Why the last six months were the best six months of my life

I can't help it. I am extremely happy right now. Actually, I can help it. In fact, I worked really hard to be where I am today.

Over the last six months, my life has taken a dramatic turn in a positive direction. I was recently hired to work for Royal Caribbean Cruise Lines on the Independence of the Seas as a member of the Youth Staff. I cannot thank my friend, Kimberly M., enough for staying on top of me and recommending that I pursue this wonderful line of work. I’m sure you’re wondering how ship-life has been and what I’ve been up to. Let me tell you…

I’ve Traveled The World

Okay, I didn’t quite travel the whole world, but my world has certainly gotten a lot bigger. Previously I had only been all over the United States and to Hainan, China. Now, I’ve been to England, Spain, Portugal, Italy, France, Norway, Belgium, Ireland, The Canary Islands (Tenerife, Gran Canaria, & Lanzarote), and other lovely islands such as Ibiza, Majorca, Corscia, Madeira, as well as the Caribbean: Jamaica, Puerto Rico, Saint Martin, Saint Kitts, Haiti, and Grand Cayman.

I’ve been to amazing locales such as Gibraltar, Florence, Rome, Lisbon, Barcelona, Toulon, Olden, Flåm, Oslo, Bruges, Le HavreLivorno, Civitavecchia, ValenciaVigo, Cádiz, and La Coruña… and seen fantastic sites such as the Sagrada Família, Parc de la Ciutadella, Arc de Triomf, 25 de Abril BridgeCastle of São JorgeEstrela Basilica, Saint Michael’s CaveColosseum, Roman Forum, Trevi Fountain, Pantheon, Spanish Steps, Piazza del Duomo, Basilica di Santa Maria Novella, Palazzo VecchioFort Belvedere, Stonehenge, Salisbury Cathedral, Tower of HerculesBriksdalsbreen, and Preikestolen, among others.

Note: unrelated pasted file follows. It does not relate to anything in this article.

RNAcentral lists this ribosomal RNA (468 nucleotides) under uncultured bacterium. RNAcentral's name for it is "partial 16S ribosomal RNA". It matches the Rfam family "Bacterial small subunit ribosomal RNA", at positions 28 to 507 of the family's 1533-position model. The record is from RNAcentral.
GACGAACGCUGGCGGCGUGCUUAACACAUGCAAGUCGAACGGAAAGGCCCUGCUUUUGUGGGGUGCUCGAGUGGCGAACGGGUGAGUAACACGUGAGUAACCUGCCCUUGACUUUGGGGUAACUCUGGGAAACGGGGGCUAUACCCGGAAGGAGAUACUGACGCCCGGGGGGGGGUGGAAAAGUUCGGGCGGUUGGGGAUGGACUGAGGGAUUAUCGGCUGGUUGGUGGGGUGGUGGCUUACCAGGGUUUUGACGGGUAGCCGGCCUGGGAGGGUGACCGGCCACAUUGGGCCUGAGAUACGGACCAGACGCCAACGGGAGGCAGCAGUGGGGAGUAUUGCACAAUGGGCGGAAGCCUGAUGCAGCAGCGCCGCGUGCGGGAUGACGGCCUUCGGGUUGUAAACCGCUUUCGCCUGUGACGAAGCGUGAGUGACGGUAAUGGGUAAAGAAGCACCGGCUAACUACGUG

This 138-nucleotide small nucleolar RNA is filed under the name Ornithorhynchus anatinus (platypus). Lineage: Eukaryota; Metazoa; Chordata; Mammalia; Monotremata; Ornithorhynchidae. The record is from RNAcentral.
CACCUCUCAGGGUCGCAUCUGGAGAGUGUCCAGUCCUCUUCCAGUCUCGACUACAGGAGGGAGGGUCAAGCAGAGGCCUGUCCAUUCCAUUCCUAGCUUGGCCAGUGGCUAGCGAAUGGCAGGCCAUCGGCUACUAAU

I could have easily gotten “stuck” working on a ship that only travels in the Caribbean (or even worse, the Enchantment of the Seas which only goes to the Bahamas), but I got SO extremely lucky as to get assigned to the Indy at just the right time to be able to travel all over Europe. Which takes me to my next point.

Best Ship, Best Boss

I have never worked on another ship besides the Indy. I haven’t worked for any other Adventure Ocean (what we call the youth program) departments besides the one on my ship. So, I really don’t know first hand exactly how things compare. But, from what I hear from my colleagues I am extremely lucky to have had the Indy as my first ship.

For starters, the Independence of the Seas is the third largest cruise ship in the world. There is so much to do on the ship that you really have to be a boring person to get bored there. I already mentioned how stellar the itinerary is. But the culture and the people on the ship are really what makes it stand out. The culture is so upbeat, there are so many good people, and the management staff is top notch.